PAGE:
The Voyages of Adriaan van Berkel to Guiana Amerindian-Dutch Relationships in 17th Century Guyana

November 2014

This sounds like a really fantastic project. Please spread the word! The book will be published in print, but as the publishers say: ‘we will also provide free full access to the book online via the e-library at our website ( as well as Google Books and Google Scholar. It is our belief that academic information should be available to everyone, everywhere.’ –


The Voyages of Adriaan van Berkel to Guiana
Amerindian-Dutch Relationships in 17th Century Guyana

Edited by Martijn van den Bel, Lodewijk Hulsman & Lodewijk Wagenaar

This book is a reissue of the travelogue of Adriaan van Berkel, first published in 1695 by Johan ten Hoorn in Amsterdam. The first part deals with Van Berkel’s adventures in the Dutch colony located on the Berbice River in the Guianas; the second part is a description of Surinam, the adjacent colony the Dutch took over from the British in 1667.

This reissue, edited by Martijn van de Bel, Lodewijk Hulsman and Lodewijk Wagenaar, contains a new annotated English translation as well as an integral rendition of the original Dutch text. In addition, an in-depth introduction contextualizing Adriaan van Berkel and his travels is included. What was the raison d’être of the Dutch presence in the Guianas? Who was this young man who, at age 23, left the Netherlands to serve as a colonial secretary in Berbice? His four-year stay and fascinating encounters with local Amerindians are commented on by two specialists in Amerindian history: Van den Bel and Hulsman.

During the 17th century the inhabitants of Netherlands knew little about the Dutch colonies in the Guianas, the area between Brazil and Venezuela. By studying newspapers, published between 1667 and 1695, Lodewijk Wagenaar (former Senior Curator of the Amsterdam Museum) discovered surprising news items. Van Berkel’s account of the armed conflict with the Indians for example closely matched the contemporary newspaper reports.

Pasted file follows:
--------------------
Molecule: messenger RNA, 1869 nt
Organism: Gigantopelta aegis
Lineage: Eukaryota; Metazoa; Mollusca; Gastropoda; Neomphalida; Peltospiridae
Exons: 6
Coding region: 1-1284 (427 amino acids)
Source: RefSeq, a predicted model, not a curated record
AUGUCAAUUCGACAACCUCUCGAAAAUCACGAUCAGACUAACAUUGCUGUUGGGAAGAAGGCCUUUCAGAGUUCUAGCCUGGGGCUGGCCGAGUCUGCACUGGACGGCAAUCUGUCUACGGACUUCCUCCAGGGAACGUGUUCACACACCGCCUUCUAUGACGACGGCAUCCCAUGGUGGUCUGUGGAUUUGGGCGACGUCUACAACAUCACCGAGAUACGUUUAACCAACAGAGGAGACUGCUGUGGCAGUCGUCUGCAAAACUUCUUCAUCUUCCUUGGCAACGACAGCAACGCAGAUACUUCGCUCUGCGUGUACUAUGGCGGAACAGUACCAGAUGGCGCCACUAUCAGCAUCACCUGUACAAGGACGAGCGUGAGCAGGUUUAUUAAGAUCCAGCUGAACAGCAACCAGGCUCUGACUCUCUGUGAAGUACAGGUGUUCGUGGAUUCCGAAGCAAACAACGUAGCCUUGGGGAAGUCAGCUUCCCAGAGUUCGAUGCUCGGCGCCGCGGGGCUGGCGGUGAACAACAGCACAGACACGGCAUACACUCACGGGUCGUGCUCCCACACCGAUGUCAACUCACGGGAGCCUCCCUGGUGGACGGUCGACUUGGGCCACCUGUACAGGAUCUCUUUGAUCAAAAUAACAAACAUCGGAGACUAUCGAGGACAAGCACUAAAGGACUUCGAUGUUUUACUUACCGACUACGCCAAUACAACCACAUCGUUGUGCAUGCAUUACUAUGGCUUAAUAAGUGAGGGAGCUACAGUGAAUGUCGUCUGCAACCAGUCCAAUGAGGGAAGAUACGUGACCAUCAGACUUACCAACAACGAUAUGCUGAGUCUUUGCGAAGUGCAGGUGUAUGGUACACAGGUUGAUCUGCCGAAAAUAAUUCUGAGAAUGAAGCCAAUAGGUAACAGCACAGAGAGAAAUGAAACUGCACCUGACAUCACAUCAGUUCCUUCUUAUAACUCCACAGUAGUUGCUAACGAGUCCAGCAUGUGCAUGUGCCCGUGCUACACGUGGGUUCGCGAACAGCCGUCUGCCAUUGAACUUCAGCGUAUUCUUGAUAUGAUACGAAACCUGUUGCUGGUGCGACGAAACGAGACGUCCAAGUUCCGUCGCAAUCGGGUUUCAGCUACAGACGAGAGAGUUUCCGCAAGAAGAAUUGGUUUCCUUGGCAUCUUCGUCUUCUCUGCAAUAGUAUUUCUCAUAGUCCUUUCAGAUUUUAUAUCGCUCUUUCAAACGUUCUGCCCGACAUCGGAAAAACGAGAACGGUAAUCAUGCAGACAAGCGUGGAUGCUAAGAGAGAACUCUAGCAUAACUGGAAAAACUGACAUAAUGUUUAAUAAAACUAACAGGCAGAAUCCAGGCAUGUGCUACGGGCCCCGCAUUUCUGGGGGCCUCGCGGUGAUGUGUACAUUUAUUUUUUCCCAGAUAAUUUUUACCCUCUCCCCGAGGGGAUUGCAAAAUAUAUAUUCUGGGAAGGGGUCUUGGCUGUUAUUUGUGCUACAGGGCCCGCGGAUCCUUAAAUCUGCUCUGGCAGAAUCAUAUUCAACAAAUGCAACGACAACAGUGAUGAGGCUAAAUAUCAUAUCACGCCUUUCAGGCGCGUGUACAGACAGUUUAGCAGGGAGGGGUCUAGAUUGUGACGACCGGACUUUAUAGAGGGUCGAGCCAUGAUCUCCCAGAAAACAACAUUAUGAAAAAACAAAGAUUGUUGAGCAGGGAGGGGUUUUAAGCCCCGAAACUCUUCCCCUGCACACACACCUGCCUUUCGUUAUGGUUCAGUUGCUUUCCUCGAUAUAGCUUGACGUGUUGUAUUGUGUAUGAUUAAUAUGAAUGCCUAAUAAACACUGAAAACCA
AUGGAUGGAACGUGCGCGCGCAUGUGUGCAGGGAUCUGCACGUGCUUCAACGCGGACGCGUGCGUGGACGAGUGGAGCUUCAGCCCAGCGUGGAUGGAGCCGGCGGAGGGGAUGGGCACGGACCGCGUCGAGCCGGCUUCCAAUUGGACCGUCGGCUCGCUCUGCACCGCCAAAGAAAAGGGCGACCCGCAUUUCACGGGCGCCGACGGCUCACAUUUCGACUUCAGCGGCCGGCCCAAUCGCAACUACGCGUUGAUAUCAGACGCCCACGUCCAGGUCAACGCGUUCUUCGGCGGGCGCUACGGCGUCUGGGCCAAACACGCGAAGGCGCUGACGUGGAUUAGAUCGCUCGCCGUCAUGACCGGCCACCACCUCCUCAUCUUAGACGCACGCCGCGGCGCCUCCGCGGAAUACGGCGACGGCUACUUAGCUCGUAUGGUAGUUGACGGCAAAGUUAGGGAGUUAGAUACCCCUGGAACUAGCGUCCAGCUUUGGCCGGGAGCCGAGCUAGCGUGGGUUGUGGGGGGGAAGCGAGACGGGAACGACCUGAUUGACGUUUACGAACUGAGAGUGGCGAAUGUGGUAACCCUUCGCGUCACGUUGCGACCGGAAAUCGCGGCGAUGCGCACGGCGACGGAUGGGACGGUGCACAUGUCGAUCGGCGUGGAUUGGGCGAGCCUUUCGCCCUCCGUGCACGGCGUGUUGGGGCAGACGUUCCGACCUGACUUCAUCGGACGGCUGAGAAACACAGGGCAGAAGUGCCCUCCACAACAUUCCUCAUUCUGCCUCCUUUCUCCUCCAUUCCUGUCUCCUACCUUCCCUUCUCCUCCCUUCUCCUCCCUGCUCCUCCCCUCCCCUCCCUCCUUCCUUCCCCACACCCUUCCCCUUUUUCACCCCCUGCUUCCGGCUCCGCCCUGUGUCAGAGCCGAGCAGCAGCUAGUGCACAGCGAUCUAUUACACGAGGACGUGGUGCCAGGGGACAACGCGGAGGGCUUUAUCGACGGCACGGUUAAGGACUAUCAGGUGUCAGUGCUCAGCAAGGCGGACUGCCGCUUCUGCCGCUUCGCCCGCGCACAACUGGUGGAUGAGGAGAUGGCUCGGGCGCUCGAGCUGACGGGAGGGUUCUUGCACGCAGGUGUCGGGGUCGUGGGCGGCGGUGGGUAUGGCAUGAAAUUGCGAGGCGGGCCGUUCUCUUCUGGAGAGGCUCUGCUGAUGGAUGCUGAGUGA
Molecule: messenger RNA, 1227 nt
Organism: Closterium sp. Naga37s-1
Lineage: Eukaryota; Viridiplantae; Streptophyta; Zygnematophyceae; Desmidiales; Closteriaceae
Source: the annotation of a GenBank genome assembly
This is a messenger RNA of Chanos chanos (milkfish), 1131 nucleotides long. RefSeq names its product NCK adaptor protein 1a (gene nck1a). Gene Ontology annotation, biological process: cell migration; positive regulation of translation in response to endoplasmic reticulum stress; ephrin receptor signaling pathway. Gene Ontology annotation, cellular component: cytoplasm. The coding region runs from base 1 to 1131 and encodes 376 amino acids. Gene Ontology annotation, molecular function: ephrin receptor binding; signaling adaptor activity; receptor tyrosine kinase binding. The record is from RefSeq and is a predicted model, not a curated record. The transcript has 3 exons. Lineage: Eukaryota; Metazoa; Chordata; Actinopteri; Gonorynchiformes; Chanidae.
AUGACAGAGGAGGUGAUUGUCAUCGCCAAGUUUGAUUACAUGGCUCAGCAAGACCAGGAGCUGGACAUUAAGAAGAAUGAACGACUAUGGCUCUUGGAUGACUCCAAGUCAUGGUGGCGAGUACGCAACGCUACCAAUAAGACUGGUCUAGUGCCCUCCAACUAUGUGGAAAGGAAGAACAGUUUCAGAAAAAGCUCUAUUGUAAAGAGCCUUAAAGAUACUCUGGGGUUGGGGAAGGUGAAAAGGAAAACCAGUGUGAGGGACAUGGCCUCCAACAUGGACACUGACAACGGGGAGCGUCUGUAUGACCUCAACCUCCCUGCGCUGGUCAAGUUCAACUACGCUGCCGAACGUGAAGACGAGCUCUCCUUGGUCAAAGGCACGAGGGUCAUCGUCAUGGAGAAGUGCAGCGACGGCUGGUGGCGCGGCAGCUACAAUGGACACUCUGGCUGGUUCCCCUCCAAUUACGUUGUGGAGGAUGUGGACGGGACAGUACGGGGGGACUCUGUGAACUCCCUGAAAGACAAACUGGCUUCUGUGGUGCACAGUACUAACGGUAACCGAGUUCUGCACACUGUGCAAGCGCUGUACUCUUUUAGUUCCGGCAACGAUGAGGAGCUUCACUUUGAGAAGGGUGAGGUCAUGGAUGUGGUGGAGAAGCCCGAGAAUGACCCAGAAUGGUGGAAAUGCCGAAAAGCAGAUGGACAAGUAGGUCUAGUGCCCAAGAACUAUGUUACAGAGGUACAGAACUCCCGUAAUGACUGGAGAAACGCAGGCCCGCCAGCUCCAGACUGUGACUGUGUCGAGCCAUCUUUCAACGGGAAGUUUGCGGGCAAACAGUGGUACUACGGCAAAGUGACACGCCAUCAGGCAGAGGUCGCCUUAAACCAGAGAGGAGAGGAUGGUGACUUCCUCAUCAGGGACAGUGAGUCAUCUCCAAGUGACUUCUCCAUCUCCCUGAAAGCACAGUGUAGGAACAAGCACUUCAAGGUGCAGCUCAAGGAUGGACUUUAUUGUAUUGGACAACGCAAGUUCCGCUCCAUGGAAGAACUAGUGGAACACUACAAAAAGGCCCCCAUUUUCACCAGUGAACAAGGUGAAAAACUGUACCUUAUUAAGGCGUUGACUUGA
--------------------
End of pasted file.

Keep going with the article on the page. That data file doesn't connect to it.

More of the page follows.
The second part of Van Berkel’s book contains a description of his travels to Surinam. It was already known from research by Walter E. Roth that this part was largely based on a literal translation of a 1667 publication entitled An Impartial Description of Surinam by George Warren. Wagenaar’s recent research, however, proves that the final chapters of this section too were copied from other sources. Van Berkel’s ‘eye-witness-reports’ of the murder of Governor Cornelis van Aerssen in 1688, and the French raid of 1689, were in fact copied from Dutch newspapers. This second journey to Surinam was concocted by the publisher Johan ten Hoorn!


Dr. Lodewijk Hulsman is a researcher affiliated to the University of Amsterdam where he defended his PhD study on Amerindian and European trade connections in Dutch Amazonia in 2009. He has published several articles on the Amerindians in Dutch Amazonia based on non-published original source material retrieved from archives in the Netherlands. Hulsman is currently engaged in the research project Atlas Dutch Brazil of the New Holland Foundation and the Atlas Mutual Heritage. He is also affiliated to the Núcleo de Pesquisas Eleitorais e Políticas da Amazônia of the Universidade Federal de Roraima.


Drs. Martijn van den Bel has been living and working over a decade as an archaeologist for Inrap in Cayenne (French Guiana) and directs public excavations in the latter French Department as well as the French Antilles. At the moment he is finishing his PhD at the University of Leiden directed by Corinne Hofman and Arie Boomert, discussing the prehistory of the coastal area of French Guiana between the Cayenne and the Maroni Rivers.


Dr. Lodewijk Wagenaar received his PhD in Leiden (1994) on a study of the Dutch Period history of Sri Lanka. As curator of the Amsterdam Museum he was involved in the exhibition of the 18th-century history of Amsterdam, in which he included the history of Surinam and slavery. He was also involved in the 2005 exhibition on Sugar in the 17th and 18th century with special attention to the consumption of sugar in the Netherlands and its production in the West and East Dutch Indies.

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